After the Los Angeles Lakers declined to make any moves at the 2022 NBA Trade Deadline, the team's vice president of basketball operations and general manager Rob Pelinka took questions from reporters on a conference call. While generally explaining that there was no offer that both satisfied the franchise's short and long-term goals, he was asked if LeBron James and Anthony Davis — whom he typically consults with on major personnel decisions — were cool with the Lakers' standing pat.

“Throughout this process we had different things we looked at and like I've done in the past had conversations with LeBron and Anthony about it and I would say there's alignment here. And that's all that matters,” Pelinka stated.

However, a source told ESPN's Dave McMenamin that Pelinka's account of the situation was “totally false.”

“Rob said that he was trying to weigh the short term and the long term for this franchise, and that's ultimately why when the Rockets wanted the Lakers to include a first-round pick, talks fizzled. When there was a three-team discussion between the Raptors and the Knicks and first-round compensation was desired, talks fizzled.

But Rob Pelinka also said that ultimately there was alignment between him, LeBron James and Anthony Davis to not make a move. Now, things get interesting here, where I am told from a source familiar with LeBron and Anthony's thinking, is that that is ‘totally false'. That there was no conversation between Rob Pelinka, LeBron, and Anthony Davis on Thursday. That there was no go-ahead of an OK to have inaction at the deadline. And so where things stand out right now, that tells me there's not just problems with what you're seeing on the court…but there's problems off the court between an alignment … and his leaders on this team.”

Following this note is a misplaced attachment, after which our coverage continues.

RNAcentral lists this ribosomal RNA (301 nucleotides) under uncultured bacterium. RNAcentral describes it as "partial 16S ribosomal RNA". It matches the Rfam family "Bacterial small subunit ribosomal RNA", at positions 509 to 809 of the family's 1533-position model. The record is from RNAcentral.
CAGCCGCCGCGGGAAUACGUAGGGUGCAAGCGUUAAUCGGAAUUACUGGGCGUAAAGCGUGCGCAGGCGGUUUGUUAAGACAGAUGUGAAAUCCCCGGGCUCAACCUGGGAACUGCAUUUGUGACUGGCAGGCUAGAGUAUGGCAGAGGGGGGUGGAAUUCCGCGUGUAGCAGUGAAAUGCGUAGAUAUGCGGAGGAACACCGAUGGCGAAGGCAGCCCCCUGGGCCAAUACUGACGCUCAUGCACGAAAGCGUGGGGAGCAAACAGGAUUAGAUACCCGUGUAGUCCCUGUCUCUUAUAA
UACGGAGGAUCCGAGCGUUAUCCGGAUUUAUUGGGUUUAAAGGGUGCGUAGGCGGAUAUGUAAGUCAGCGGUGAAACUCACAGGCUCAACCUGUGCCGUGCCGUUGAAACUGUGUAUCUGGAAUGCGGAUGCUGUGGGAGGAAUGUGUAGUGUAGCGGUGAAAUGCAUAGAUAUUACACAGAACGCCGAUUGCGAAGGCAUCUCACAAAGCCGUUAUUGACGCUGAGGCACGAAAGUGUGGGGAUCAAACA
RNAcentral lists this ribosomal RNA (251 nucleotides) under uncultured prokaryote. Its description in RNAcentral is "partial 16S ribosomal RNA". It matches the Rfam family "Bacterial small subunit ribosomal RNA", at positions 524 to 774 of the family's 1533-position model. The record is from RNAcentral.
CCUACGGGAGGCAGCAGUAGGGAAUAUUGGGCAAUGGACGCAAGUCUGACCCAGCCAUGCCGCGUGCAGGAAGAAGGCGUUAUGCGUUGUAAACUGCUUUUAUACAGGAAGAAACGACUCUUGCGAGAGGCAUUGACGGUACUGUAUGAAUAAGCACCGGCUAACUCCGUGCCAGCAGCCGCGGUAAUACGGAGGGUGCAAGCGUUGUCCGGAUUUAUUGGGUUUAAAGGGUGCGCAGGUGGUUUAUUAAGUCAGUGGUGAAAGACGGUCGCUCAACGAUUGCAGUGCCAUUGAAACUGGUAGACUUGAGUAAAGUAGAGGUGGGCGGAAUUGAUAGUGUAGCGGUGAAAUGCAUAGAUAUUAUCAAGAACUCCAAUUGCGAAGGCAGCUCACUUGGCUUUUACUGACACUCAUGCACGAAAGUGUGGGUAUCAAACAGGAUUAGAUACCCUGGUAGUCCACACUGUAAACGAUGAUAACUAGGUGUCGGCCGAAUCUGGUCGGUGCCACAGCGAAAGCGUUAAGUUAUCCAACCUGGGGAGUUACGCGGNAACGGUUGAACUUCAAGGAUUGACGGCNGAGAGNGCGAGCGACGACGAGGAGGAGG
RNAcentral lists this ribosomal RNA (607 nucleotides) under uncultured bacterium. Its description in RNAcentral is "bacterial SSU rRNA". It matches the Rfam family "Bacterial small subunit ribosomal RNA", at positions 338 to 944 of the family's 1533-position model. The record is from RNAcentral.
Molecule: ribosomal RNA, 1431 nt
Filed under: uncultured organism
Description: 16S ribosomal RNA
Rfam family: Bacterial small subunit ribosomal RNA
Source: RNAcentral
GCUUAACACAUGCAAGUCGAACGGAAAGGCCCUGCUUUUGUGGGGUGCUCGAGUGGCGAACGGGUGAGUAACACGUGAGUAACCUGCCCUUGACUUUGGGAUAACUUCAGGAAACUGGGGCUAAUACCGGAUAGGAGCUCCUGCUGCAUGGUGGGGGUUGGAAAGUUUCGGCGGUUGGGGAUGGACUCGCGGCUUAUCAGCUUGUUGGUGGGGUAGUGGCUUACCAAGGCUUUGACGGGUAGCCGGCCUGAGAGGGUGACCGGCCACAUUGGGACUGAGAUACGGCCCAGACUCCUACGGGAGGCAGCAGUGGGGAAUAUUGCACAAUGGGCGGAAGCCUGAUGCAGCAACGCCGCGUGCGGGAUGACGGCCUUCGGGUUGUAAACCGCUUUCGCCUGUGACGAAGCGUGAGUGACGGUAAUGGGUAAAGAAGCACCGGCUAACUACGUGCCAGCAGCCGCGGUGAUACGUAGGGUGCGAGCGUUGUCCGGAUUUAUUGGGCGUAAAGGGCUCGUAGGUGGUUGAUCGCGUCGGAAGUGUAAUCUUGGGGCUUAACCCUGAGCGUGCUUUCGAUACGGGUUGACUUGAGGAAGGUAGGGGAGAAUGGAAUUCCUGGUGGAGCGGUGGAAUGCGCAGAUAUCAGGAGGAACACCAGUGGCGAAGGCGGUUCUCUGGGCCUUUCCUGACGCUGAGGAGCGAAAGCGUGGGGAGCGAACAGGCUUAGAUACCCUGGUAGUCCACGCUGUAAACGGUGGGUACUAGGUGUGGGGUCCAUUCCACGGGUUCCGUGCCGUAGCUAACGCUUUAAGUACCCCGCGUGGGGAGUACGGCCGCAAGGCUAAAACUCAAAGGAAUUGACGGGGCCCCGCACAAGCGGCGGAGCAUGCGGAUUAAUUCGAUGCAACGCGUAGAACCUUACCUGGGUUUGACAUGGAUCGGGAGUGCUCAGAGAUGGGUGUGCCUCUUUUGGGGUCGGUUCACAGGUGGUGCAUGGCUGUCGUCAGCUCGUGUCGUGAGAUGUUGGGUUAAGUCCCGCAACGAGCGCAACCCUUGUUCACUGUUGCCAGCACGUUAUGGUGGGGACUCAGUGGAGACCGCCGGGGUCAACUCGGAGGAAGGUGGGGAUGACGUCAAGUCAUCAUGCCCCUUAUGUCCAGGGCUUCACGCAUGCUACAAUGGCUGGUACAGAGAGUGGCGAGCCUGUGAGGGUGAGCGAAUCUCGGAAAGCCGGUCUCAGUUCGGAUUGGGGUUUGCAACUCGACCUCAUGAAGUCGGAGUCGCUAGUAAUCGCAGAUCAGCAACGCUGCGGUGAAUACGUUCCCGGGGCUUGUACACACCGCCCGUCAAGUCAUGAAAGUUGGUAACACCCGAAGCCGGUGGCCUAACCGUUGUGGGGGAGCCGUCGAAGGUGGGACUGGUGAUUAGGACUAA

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McMenamin's reporting, to use Pelinka's term, aligns with how LeBron has conducted business in the past — with the Lakers and in previous stops — as well as his recent comments amidst the Lakers pre-deadline struggles. James has often pushed for front offices to trade future first-rounders for immediate help, and he certainly doesn't personally value the 2027 1st. Earlier this week, LeBron conceded the Lakers, as currently constructed, are not good enough to contend for a ring — a clear signal to the front office to shake things up.

Of course, Pelinka was at a disadvantage on deadline day, as rival teams knew he was desperate and he lacked assets and leverage. As Ramona Shelburne noted, it's entirely reasonable for the Lakers front office to challenge this team to figure it out instead of relinquishing 21-year old Talen Horton-Tucker and/or a future pick for marginal upgrades, considering LeBron and Davis pushed them to deplete their resources to acquire Westbrook.